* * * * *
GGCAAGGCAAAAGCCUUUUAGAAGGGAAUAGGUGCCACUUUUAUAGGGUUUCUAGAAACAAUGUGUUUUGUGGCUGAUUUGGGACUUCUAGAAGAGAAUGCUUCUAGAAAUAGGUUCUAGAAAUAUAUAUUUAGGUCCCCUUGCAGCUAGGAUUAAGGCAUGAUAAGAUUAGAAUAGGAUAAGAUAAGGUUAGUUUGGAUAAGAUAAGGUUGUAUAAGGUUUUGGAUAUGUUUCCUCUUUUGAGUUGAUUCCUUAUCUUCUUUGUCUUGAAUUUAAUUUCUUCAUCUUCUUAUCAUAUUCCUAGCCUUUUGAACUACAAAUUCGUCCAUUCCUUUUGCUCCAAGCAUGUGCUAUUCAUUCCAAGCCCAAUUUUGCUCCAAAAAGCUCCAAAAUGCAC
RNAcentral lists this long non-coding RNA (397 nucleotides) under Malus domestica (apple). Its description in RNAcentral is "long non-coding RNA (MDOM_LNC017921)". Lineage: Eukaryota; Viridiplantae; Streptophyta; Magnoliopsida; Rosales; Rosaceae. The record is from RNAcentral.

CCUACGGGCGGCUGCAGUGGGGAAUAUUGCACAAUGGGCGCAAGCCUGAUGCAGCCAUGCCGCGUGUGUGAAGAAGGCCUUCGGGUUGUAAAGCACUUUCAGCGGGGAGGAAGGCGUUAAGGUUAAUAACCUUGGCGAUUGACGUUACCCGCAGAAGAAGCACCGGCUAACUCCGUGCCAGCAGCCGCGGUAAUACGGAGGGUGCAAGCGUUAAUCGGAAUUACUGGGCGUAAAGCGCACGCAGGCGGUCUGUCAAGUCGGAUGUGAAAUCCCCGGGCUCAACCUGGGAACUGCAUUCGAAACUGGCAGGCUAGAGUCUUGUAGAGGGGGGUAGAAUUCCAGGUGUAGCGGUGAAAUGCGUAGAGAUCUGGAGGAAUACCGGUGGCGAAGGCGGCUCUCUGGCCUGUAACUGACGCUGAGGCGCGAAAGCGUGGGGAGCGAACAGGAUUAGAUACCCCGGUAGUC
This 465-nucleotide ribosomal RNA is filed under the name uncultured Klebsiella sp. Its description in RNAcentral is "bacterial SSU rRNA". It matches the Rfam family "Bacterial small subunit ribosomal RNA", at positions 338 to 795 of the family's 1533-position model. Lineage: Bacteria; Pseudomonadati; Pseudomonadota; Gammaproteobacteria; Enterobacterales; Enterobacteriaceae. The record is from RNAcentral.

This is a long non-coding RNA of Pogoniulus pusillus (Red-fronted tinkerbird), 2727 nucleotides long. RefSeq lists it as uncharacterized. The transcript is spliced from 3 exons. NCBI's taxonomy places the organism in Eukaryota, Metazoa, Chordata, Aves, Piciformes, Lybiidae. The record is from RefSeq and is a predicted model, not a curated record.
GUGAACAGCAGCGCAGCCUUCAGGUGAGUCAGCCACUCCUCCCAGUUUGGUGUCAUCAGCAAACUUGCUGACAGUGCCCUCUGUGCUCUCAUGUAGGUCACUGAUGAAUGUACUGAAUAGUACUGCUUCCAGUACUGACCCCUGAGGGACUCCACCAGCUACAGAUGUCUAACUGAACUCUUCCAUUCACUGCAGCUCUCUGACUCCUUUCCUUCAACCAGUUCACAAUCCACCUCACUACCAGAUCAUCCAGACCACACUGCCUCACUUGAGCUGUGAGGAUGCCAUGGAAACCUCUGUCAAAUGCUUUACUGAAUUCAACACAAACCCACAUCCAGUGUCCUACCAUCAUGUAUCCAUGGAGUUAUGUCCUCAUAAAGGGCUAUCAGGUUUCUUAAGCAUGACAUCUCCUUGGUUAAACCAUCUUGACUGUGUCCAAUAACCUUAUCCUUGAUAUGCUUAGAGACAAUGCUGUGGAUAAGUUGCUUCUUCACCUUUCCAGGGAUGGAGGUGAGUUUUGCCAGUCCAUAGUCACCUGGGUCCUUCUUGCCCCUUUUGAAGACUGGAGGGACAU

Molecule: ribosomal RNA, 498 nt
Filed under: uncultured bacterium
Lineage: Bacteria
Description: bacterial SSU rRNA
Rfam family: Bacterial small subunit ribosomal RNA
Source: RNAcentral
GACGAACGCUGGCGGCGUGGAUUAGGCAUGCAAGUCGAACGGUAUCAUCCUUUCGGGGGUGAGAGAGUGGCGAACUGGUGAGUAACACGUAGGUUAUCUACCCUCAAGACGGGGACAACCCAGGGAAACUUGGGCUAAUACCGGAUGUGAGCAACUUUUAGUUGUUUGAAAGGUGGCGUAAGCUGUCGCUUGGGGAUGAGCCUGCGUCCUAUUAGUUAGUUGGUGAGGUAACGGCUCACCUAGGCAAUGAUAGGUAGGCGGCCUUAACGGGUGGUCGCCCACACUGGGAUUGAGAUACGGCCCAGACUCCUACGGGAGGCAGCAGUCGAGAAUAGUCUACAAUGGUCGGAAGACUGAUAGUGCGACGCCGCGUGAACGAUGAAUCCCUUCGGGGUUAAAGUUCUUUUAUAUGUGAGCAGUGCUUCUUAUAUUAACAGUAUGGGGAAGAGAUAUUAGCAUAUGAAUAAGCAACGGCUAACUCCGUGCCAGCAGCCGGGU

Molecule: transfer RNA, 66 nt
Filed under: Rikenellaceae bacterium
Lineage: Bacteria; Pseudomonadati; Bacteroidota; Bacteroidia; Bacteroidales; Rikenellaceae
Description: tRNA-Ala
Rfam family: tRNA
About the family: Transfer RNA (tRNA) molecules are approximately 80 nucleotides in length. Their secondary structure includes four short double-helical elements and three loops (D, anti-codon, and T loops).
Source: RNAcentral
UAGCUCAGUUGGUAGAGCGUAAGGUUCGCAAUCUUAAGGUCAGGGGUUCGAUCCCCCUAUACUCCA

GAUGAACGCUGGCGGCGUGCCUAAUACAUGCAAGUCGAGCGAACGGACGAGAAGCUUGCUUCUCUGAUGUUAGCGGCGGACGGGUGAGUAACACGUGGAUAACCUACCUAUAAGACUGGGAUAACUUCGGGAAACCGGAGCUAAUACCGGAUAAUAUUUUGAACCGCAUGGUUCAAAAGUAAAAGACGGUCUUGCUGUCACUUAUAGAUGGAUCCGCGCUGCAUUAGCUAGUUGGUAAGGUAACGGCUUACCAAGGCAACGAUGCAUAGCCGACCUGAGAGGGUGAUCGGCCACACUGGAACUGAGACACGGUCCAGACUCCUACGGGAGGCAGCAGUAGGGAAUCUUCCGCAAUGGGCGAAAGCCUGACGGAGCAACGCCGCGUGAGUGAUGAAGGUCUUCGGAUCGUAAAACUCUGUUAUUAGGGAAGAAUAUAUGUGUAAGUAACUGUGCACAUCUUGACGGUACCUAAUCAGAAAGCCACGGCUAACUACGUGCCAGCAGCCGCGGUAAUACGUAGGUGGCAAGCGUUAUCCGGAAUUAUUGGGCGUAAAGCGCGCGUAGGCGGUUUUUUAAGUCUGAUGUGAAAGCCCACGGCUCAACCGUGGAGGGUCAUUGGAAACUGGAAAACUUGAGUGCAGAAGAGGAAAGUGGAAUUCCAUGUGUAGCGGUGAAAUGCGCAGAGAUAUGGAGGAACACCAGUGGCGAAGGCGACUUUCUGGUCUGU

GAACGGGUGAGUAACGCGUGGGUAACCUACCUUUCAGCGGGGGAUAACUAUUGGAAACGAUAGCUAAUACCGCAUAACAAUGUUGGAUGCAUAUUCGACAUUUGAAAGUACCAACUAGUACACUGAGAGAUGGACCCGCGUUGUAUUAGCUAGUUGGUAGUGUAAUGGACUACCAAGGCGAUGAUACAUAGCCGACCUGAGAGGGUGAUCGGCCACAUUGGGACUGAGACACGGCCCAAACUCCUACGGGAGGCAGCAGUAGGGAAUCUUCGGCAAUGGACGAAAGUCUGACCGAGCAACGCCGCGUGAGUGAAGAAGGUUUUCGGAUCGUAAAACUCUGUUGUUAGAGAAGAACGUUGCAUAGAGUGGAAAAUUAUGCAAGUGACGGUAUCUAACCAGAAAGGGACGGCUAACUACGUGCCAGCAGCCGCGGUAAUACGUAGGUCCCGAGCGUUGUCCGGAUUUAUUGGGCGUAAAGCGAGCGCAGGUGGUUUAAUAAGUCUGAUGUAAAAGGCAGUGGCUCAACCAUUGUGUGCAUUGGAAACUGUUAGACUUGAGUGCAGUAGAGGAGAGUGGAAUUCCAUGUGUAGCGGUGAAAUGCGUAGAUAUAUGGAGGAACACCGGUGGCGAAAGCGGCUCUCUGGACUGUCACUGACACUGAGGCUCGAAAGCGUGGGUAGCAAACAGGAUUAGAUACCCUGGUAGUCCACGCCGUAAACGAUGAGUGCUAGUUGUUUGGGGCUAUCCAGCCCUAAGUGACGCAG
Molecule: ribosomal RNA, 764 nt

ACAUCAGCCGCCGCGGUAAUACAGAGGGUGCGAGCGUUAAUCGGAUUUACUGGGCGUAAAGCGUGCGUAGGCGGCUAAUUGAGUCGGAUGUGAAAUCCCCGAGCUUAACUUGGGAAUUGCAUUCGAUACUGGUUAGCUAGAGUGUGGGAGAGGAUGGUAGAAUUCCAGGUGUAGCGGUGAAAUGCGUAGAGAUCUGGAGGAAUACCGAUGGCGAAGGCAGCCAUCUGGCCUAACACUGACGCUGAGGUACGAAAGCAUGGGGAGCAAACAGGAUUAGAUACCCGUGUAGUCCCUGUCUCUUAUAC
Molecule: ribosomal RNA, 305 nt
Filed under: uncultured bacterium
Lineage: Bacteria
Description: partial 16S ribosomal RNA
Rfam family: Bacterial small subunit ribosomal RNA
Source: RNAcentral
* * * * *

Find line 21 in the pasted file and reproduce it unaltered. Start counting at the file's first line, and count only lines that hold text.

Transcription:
UAGCUCAGUUGGUAGAGCGUAAGGUUCGCAAUCUUAAGGUCAGGGGUUCGAUCCCCCUAUACUCCA